We will therefore first look at the needs and then draw a number of conclusions as to the properties necessary to determine whether or not an injectable product is suitable. Globally, 3 types of injections are currently performed in medical practices, regardless of the indication considered: very superficial injections (medium to superficial dermis) in order to improve the quality and appearance of the skin, dnjections average(deep dermis and superficial hypodermis) in order to correct wrinkles and fine lines, and des deep injections (hypodermis or deep fat) in order to create or restore volumes. It is therefore important to discuss some biomechanical aspects of these different target tissues in order to understand the rheological parameters. 1. The dermis The dermis is a dense, irregular, specialized connective tissue with a tight network of collagen and elastin fibers. (Leeds University Histology Guide). Collagen alone represents 75% of the dermis (dry weight). 28 types of collagens have been identifiedbut it is of course type I collagen which is the majority in the skin, types III, IV, VII, XIII and XIV are also present (Nemoto T et al, 2012). From a mechanical point of viewIt is also interesting to note that type XIV belongs to a subgroup of the collagen superfamily: the FACIT collagens (Fibril Associated Collagen with Interrupted Triple helixes) (Shaw LM et al, 1991). Their chemical nature is different from that of fibrillar collagens. On the other hand, by associating with type I molecules, they reinforce the mechanical strength of the matrices in which they are present (Nemoto T et al, 2012). More precisely, it is possible to measure this resistance by evaluating the Young's modulus. This calculation describes the capacity of a material to resist a deformation when a force is applied to it (McKee et al, 2011). Yet, in the case of the dermis, it is noted that resistance increases sharply as stress increases. This exceptional behavior is typical of collagen-rich content (Licup AJ et al, 2015). It should also be noted that more collagen fibers are organized and aligned, the greater the maximum tension value beyond which the fibers are irreparably damaged (Aziz J et al, 2016). Elastic fibers are a group of matrix proteins that are synthesized by the fibroblast through a complex process called elastogenesis based on a precursor, tropoelastin. In the same way that collagen is essential to give the skin its tensile strength, elastin gives it the property to expand and then return to normal without suffering irreversible mechanical damage (Rauscher S et al, 2012). This type of fiber is abundant in the dermis, and its importance is illustrated when studying, for example, the symptoms of patients with cutis laxa (a rare disease that affects the elastic fiber assembly system).  In addition to severe damage to the respiratory, digestive and vascular systems, the skin of these patients appears limp, unresponsive and prematurely aged (Andiran N et al, 2002). These data therefore illustrate the predominant role played by the elastin fiber network in the biomechanical properties of the skin. Collagen and elastin are the main elements of the extracellular matrix of the dermis. It can therefore be described as extremely dense (as illustrated in Figure 7). Thus, an injectable hyaluronic acid gel dedicated to this injection plan must necessarily be rheologically adapted to this particular environment. We will see later on how.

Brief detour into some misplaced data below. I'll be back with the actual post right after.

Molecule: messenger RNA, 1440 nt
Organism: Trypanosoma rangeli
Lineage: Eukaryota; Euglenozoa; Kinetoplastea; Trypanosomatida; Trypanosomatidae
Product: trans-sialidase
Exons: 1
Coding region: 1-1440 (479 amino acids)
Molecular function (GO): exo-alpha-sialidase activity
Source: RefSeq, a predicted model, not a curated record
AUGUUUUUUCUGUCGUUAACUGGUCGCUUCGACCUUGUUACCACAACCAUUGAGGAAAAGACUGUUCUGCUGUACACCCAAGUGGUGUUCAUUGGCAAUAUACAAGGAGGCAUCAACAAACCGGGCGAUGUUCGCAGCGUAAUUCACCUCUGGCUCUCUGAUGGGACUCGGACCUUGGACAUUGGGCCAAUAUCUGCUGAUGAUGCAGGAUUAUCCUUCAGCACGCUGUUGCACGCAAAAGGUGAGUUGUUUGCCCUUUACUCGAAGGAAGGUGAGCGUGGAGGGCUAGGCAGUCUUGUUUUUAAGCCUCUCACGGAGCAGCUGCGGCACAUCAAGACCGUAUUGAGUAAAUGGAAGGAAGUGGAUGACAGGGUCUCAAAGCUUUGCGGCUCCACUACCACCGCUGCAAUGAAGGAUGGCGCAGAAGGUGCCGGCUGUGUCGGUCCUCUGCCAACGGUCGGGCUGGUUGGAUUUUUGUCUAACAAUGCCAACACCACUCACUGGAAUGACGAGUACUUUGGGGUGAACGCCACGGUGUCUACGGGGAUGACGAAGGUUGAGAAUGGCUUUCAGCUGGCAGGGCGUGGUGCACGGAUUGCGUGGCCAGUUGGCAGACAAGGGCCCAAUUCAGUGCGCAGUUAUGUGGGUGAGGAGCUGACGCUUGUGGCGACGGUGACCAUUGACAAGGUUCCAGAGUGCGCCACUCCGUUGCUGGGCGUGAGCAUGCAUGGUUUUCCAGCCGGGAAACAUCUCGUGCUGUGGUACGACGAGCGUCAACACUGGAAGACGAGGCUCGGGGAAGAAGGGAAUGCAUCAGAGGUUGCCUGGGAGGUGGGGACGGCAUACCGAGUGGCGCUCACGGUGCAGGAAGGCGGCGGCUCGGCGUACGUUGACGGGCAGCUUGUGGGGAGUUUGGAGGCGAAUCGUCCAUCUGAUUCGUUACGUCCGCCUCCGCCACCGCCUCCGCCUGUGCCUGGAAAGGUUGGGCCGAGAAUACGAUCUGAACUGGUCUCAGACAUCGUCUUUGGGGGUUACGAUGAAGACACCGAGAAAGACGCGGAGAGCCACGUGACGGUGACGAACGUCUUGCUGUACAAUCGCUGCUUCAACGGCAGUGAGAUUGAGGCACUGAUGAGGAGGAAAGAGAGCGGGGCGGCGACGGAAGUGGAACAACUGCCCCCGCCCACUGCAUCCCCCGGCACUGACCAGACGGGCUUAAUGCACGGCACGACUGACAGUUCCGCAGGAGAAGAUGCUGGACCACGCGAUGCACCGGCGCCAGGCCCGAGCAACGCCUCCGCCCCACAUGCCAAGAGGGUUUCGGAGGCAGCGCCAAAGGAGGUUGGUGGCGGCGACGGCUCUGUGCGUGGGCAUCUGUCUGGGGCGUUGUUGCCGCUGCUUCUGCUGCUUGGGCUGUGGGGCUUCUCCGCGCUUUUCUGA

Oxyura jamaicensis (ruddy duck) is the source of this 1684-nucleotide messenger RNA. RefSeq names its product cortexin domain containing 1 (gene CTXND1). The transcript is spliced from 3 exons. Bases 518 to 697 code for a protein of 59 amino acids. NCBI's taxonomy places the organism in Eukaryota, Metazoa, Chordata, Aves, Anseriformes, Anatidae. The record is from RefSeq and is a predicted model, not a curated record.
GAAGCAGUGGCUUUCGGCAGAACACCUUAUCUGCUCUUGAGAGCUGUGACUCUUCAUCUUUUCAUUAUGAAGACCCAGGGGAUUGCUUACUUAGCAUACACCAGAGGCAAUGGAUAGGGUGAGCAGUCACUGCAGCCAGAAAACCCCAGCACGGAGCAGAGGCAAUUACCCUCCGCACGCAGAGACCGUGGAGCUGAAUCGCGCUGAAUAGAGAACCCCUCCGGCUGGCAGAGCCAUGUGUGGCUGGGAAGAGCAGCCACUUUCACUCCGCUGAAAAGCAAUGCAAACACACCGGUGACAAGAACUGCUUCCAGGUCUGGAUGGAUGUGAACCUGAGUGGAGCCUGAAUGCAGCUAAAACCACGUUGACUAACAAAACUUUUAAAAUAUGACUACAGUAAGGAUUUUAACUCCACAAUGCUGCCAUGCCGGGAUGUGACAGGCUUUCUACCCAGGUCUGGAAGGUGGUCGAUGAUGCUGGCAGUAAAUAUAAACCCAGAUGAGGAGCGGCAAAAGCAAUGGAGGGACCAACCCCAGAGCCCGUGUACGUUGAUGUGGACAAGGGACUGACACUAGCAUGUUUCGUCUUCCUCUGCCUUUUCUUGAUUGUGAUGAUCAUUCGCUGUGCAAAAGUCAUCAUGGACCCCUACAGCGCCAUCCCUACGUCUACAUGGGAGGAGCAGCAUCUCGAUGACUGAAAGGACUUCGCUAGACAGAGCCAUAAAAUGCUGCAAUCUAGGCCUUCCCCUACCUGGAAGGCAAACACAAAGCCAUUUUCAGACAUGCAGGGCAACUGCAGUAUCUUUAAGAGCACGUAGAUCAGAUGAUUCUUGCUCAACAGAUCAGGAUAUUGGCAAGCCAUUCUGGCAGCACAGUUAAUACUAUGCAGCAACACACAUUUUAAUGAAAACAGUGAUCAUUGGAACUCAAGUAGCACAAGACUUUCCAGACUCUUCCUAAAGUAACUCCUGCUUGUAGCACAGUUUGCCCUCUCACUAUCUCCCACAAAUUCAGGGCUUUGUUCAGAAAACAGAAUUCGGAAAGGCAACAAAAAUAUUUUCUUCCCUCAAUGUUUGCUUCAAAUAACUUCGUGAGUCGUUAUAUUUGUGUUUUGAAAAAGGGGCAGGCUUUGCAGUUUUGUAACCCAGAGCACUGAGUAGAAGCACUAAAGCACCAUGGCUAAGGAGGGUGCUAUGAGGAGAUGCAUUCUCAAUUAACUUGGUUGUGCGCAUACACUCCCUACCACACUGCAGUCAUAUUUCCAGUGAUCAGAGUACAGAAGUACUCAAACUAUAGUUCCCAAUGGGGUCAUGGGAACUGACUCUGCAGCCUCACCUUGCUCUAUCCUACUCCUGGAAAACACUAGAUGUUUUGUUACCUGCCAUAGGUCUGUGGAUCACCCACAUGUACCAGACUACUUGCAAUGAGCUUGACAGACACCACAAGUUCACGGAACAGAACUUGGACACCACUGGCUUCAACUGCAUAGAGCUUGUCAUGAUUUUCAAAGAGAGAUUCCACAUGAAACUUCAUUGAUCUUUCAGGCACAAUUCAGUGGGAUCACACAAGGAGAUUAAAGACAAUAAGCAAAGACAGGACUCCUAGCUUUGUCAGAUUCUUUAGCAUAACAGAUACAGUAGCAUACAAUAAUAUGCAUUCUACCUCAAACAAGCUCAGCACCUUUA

2. The hypodermis The subcutaneous adipose tissue is a connective tissue located between the dermis and the muscular aponeuroses. Histologically, it is a loose association of adipocytes filled with a lipid droplet (90 to 99% of triglycerides) and 2 to 3% of proteins. The diameter of these cells is important: 30 to 70µm (Avram AS et al, 2005). They are organized in fatty lobules separated from each other by connective tissue septa. Compared to the dermis, very few authors have devoted themselves to biomechanics of the adipose tissue, but a number of studies have shown that the Young's modulus of fatty tissue can vary from 0.5 to 25 KPa (Kilo Pascal) (Gefen A et al, 2007). It is interesting to compare these values to the 21 to 39 -MPa (Mega Pascal) measured on the dermis (McKee et al, 2011) since they are much lower. These results therefore imply an extremely different mechanical behavior of the dermis, which must necessarily be explained by fundamental structural differences in the extracellular matrix. When adipose tissue is observed by scanning electron microscopy, these differences become even more apparent. The Figure 8 is taken from an article (Panetttiere P et al, 2011) whose authors sought to highlight the ultra-structural characteristics of the trochanteric fat pad. Indeed, it is a potential source of interesting fat for autologous grafts, including at the facial level (Raskin BI, 2009). The fibrillar network supporting the adipocytes thus appears much less dense and provided than that which can be found in the dermis. The mechanical behavior of the hypodermis will therefore not only be very different from that of the dermis, but its structure will also impose an adaptation of the hyaluronic acid gels that will be injected there.